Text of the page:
Friday, February 15, 2013

The Book of Bob

My friend Bob Waldrop is equal parts John the Baptist and John Muir-he is a voice crying out in the wilderness. A voice for wilderness spaces and a voice against the wilderness of conglomerate agrobuisness. He is a burly guy with a bushy beard that hasn't been trimmed in decades and equally likely to say things like "ya all bon appetite ya hear" or to curse under his breath.
The Bob Waldrop

John Muir. Wilderness Warrior. Photo public domain. (Don't you think they could be related?)
When I first moved back to Oklahoma nearly ten years ago he was probably the first person and the most dedicated that I met towards the goals of living a sustainable lifestyle. If you drive by his house it is probably the first one on his street that has no grass in the front lawn (Hurray for the grassless lawn!) but is filled to the brim with edible plants including native elderberries long before front yard gardening was the in vogue thing to do. And I have been quietly watching and learning from him for quite a long time.

Bob is the one who is continually fighting for anti-mowing laws which unnecessarily prevent habitat from being made, wildflowers from being planted, or more native and drought tolerant grasses from being encouraged. While one might be inclined to write him off as an eccentric hippie, he is tremendously wise.

Founder of the, then very new Oklahoma Food Coop he has been a great voice for local farmers, producers, and artists. He understands community and he understands the need for each of us to reduce our global footprint, and for him it is very greatly relevant to his faith. A question I have been plagued with since college is, Why isn't sustainability at the forefront for ALL faith communities? And to those that have choosen to make this a front page issue in their church community, my hat to you. Bob was the first person to ever introduce me to the concept of permaculture. And it is just the kind of holistic thinking we need. To learn more about Bob's wise insights into our diminishing energy and water resources check out his blog, Bobaganda!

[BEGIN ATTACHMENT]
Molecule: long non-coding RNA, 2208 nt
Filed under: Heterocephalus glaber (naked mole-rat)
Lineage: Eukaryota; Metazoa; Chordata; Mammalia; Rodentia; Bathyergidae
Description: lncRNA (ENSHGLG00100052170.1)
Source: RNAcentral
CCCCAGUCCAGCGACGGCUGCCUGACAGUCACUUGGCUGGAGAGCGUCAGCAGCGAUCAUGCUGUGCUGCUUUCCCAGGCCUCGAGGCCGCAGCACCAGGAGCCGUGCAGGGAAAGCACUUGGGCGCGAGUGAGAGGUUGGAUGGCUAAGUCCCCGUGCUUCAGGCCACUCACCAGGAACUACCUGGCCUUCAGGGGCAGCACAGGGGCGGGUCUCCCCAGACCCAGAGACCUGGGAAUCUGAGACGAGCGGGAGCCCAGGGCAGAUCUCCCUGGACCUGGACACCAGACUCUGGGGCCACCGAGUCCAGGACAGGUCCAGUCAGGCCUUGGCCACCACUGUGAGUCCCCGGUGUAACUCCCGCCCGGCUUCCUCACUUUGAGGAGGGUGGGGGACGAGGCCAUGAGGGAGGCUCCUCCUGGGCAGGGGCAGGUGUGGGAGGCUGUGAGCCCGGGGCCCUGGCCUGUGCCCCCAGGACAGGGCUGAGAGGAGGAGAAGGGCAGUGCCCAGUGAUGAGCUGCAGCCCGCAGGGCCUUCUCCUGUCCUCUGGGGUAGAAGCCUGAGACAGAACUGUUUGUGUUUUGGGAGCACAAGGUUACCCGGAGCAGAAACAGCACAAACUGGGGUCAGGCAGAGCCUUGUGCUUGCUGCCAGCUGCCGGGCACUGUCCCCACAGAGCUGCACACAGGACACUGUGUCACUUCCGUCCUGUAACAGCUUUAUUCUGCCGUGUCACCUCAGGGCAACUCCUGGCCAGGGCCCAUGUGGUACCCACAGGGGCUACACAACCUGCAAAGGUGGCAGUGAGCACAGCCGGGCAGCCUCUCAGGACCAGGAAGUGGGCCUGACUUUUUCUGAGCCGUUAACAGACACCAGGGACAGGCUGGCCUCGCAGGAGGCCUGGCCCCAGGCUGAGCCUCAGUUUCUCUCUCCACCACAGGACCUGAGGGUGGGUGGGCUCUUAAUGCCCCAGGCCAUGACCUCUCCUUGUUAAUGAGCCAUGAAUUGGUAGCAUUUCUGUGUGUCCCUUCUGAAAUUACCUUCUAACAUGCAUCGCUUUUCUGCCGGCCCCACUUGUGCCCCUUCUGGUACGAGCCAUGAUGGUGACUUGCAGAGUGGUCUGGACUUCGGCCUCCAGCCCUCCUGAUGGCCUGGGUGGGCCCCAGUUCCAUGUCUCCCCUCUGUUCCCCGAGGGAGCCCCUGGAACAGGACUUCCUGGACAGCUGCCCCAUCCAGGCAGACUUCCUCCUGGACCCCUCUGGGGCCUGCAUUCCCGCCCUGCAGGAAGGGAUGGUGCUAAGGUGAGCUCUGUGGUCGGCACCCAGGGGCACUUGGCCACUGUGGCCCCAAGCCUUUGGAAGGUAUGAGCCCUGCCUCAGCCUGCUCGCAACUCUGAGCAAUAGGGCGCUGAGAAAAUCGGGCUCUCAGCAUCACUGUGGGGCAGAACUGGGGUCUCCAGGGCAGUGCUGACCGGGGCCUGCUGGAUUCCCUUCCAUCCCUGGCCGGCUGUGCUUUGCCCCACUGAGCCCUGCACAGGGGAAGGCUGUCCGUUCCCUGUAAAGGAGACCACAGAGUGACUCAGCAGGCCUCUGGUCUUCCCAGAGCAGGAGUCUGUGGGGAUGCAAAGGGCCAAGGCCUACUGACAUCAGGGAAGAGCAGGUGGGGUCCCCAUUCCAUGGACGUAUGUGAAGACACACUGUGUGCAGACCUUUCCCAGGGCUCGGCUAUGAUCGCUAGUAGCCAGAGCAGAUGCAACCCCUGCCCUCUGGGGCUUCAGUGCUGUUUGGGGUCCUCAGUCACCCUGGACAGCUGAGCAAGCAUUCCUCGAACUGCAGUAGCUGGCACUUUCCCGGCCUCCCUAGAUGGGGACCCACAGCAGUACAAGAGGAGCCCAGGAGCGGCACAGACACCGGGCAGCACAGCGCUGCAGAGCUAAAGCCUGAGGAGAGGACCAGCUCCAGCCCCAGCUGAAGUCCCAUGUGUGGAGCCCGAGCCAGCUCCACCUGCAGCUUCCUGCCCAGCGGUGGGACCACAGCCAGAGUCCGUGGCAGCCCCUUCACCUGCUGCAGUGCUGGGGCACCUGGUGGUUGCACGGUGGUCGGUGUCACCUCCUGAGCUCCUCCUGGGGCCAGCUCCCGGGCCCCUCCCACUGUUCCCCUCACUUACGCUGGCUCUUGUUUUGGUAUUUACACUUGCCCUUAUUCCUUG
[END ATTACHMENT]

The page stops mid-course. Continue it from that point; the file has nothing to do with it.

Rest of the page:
If you have never heard of permaculture (and don't be surprised if you haven't) it is a holistic way of thinking, designing, and integrating your environmental ideals across multiple areas of your life and your communities (physical places and personal connections). It is about gardening, energy use, homesteading, simplicity, and interconnectedness. It is about examining waste in every sense of the word. It is about making our yards and our households useful and achieving maximum potential. It is all about reducing our need for fossil fuels and stepping back a little from such a global economy.  You know the one that imports peanuts from Africa to make peanut butter in Minnesota to put labels on it in Canada before it is shipped to Arkansas to be distributed to my simple sandwich...
So I was happy, delighted, ecstatic to start working my way through Bob's new ebook ipermie. For $1.99 this 399,000 (very bite-size) work of words deal that you can not beat. It is a workbook, a guidebook, a focal point,  a series of reflections about what matters in your life and how you can make your space (no matter how small) livable and productive. But more so than many, this one give tools particularly to those who are nearly space-less, the student, the elderly, the apartment dweller. And it is about developing the infrastructures around us to support sustainable communities. It is about starting to change your life, one page at a time. Begin today.

Thank you Bob for being a mentor to so many and for being a strong voice for what is right, for justice for others and for our fellow creatures. I can not wait to see how my life will change as I continue to delve deeper into the permaculture world.

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